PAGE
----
Full Timeline

1000
Artwork showing a person with long dark hair sitting on the shell of a giant turtle in a large body of water. The person is surrounded by different kinds of birds and a few other animals, and they are holding some plants up to the sky.

Haudenosaunee Creation Story

Kanyen’kehaka Creation Story from Kay Olan’s Version retold by Sha’tekayenton Andrew Bryant Credible Mohawk Entertainment. Haudenosaunee Creation Story

1000
Origin Story of the Inka

Origin Story of the Inka

The chronicler Inka Garcilaso de la Vega recorded the origin story of the Inka and the founding of Cusco, the capital of their great empire, in his “Royal Commentaries of Peru,” published in 1609. According to the Inka origin story, Inti, the sun, sent two of his children—Manco Capac and Mama SmithsonianNMAI Origin Story of the Inka

1619
Engraving showing the arrival of a ship and enslaved Africans to the British colony of Virginia.

A Portuguese ship, the São João Bautista brought captive Africans from Angola to the American colonies.

Sometime in 1619 enslaved Africans arrive near Point Comfort, a coastal port in the British colony of Virginia from the Portuguese colony port city of Luanda, the present day capital of Angola. Over 20 captives were unloaded from the hull of the São João Bautista. America had not become herself, yet lit the spark for the Trans-Atlantic Slave Trade and further set the stage for slavery, oppression and persecution across her history.

1680
Image is of a drawing with a person standing and their face turned upwards. In one hand, they are holding a basket with plants standing straight up out of it.

Pueblo Revolt

The first and largest Indigenous uprising in so called North America. “The Pueblo people orchestrated the unthinkable: a pan-Indian uprising successfully expelling the Spanish occupiers from the entire Rio Grande region leading to an indigenous cultural and social renaissance.” Learn more from A Brief History of The Pueblo Revolt and the animation Frontera! Revolt and Rebellion on the Rio Grande

1804
Absalom Jones

Absalom Jones

Absalom Jones life defined what service to others looked like. While still enslaved at 16, Absalom worked during the day and went to school at night. Eventually, he earned enough money to “purchase” his wife’s freedom, fourteen years before purchasing his own. He was elected as the first ever African American priest of the Episcopal Church in October of 1804. Before he passed away, he petitioned the State of Pennsylvania and the US Congress to abolish enslavement, decades before its time.

1807
Omar ibn Said

Omar ibn Said

Omar ibn Said was born around 1770 in an African region then called Futa Toro, near the Senegal River, which now forms Senegal’s northern border with Mauritania. After receiving 25 years of schooling in Africa, he was enslaved and transported to Charleston, South Carolina. Not long after his arrival and sale to a local planter, Said escaped and made his way to Fayetteville, North Carolina, where he was imprisoned after entering a Christian church to pray. After garnering attention for writing on the walls of his prison cell in Arabic, Said became the legal property of General James Owen of..Read More

1811
1811 Slave Revolt Louisiana German Coast – Jan 8-10

1811 Slave Revolt Louisiana German Coast – Jan 8-10

The 1811 German Coast uprising was a revolt of black slaves in parts of the Territory of Orleans on January 8–10, 1811. The uprising occurred on the east bank of the Mississippi River. Learn more: https://www.zinnedproject.org/news/tdih/louisianas-slave-revolt/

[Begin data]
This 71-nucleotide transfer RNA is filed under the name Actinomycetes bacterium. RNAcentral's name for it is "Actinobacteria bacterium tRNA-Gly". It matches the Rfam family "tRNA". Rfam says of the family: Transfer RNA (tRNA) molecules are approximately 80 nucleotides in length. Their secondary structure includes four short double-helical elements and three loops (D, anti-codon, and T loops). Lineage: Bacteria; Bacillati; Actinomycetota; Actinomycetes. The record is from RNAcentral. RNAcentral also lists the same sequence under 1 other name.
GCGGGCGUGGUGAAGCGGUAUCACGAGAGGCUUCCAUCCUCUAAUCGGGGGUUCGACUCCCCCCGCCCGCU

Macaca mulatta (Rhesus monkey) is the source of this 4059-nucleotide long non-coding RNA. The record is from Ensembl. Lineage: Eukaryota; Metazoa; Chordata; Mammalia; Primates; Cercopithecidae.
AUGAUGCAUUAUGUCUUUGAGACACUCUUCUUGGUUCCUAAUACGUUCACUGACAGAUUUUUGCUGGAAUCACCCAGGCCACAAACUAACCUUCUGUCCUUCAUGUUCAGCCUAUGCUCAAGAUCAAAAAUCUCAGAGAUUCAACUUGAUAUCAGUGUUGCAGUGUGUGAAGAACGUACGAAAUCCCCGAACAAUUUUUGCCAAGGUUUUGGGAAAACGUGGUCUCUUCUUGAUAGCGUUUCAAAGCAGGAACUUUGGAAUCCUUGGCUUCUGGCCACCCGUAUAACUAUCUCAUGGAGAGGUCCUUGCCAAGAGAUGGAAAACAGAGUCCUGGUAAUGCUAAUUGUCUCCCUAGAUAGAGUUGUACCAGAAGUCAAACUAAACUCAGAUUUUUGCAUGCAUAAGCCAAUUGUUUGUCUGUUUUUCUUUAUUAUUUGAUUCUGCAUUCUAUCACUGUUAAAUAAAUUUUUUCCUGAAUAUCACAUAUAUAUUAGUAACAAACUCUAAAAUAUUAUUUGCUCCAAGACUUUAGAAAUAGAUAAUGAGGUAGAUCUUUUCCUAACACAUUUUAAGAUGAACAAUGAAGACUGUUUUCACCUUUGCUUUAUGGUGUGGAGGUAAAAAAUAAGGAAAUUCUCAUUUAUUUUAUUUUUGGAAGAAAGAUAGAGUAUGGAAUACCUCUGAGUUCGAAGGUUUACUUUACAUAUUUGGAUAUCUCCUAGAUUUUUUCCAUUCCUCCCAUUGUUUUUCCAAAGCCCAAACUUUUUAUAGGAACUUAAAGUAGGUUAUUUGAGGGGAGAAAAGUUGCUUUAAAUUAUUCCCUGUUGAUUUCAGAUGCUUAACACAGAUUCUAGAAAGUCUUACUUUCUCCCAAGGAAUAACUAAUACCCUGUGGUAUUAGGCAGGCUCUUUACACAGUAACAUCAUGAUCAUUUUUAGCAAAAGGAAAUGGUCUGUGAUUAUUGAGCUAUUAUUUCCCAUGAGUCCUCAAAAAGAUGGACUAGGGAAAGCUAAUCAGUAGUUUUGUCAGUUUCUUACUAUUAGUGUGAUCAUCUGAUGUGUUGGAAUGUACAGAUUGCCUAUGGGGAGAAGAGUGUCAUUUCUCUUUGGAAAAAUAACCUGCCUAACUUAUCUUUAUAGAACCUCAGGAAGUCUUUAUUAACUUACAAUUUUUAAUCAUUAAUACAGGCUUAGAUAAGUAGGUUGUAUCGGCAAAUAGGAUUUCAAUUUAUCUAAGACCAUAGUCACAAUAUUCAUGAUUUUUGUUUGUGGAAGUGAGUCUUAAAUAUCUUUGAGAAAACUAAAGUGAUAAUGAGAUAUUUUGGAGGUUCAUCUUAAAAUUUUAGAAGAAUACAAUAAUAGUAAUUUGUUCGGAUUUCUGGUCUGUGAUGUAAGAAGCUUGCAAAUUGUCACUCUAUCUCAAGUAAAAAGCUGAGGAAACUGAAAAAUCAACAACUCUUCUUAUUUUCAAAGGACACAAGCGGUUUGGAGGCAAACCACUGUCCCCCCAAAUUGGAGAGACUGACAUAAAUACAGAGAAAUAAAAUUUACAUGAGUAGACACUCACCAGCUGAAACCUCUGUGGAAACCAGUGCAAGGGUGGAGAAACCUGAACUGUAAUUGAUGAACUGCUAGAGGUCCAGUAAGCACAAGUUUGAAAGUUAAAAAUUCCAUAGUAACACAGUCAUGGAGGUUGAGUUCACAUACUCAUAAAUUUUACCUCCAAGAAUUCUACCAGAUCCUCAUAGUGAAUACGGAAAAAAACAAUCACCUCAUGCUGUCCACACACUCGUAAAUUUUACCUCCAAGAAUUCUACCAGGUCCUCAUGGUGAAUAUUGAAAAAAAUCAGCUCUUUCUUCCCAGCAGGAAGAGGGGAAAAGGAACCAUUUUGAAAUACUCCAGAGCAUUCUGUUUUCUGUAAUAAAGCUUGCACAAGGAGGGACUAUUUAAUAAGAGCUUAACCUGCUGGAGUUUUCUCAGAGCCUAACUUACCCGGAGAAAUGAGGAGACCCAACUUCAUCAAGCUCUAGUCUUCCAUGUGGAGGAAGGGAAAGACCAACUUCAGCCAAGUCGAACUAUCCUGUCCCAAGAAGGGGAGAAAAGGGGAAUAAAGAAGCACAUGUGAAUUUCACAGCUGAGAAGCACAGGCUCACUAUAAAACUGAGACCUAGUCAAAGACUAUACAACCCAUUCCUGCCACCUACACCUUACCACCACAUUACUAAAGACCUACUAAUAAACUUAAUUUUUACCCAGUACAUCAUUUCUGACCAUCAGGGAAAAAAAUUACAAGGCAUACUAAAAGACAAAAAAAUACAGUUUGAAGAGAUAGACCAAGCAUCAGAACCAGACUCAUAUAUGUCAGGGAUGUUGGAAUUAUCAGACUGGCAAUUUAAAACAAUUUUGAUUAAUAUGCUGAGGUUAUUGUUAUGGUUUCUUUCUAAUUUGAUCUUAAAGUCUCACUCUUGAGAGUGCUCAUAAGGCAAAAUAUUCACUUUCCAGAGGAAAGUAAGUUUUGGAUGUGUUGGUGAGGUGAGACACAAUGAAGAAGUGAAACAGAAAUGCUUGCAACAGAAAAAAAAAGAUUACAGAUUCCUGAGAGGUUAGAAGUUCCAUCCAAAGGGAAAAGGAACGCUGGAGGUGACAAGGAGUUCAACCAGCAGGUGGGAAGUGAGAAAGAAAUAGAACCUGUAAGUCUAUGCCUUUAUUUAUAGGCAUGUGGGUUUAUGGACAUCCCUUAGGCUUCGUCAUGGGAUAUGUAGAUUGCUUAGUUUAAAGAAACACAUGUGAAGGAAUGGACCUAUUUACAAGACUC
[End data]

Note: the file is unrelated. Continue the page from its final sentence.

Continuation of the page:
1830
Indian Removal Act, 1830

Indian Removal Act, 1830

Indian Removal Act — 1830 Signed into law in 1830 by President Andrew Jackson, the Indian Removal Act provided for the general resettlement of Native Americans from east of the Mississippi River to lands west (Indian Territory). Although the removal was supposed to be voluntary, removal became mandatory whenever the government thought necessary. Thousands of Indian people including nearly the entire Indian population that had existed in the southeastern United States were moved west. The first removal treaty to follow the passage of the Indian Removal Act was with the Choctaw Nation (1830). In 1838 the Cherokee Nation was removed..Read More

1848
The Treaty of Guadalupe Hidalgo, 1848

The Treaty of Guadalupe Hidalgo, 1848

A treaty ending the Mexican-American war, defining the present day US-Mexico border by losing the land to the US that included all or parts of modern day Utah, California, Nevada, Arizona, Colorado, New Mexico, Wyoming, and Texas.

1887
Dawes Act Image

The Dawes Act of 1887

The Dawes Act of 1887 (also known as the General Allotment Act or the Dawes Severalty Act of 1887),[1][2] authorized the President of the United States to survey Native American tribal land and divide it into allotments for individual Native Americans. Those who accepted allotments and lived separately from the tribe would be granted United States citizenship. The Dawes Act was amended in 1891, in 1898 by the Curtis Act, and again in 1906 by the Burke Act.

1893
Old black and white photograph of Queen Liliʻuokalani. It is an official photograph and she is in formal dress.

Illegal Overthrow of the Hawaiian Kingdom

In the nineteenth century, the Hawaiian Kingdom existed as an independent country recognized as such by the United States of America, the United Kingdom, and various other countries, including by exchanges of diplomatic or consular representatives and the conclusion of treaties. As an independent county, the Hawaiian Kingdom entered into extensive treaty relations with a variety of States establishing diplomatic relations and trade agreements. By 1893, the Hawaiian Kingdom maintained over ninety Legations and Consulates throughout the world. In the United States of America, the Hawaiian Kingdom manned a diplomatic post called a legation in Washington, D.C., which served in..Read More

1913
Moorish Science Temple of America and Nobel Drew Ali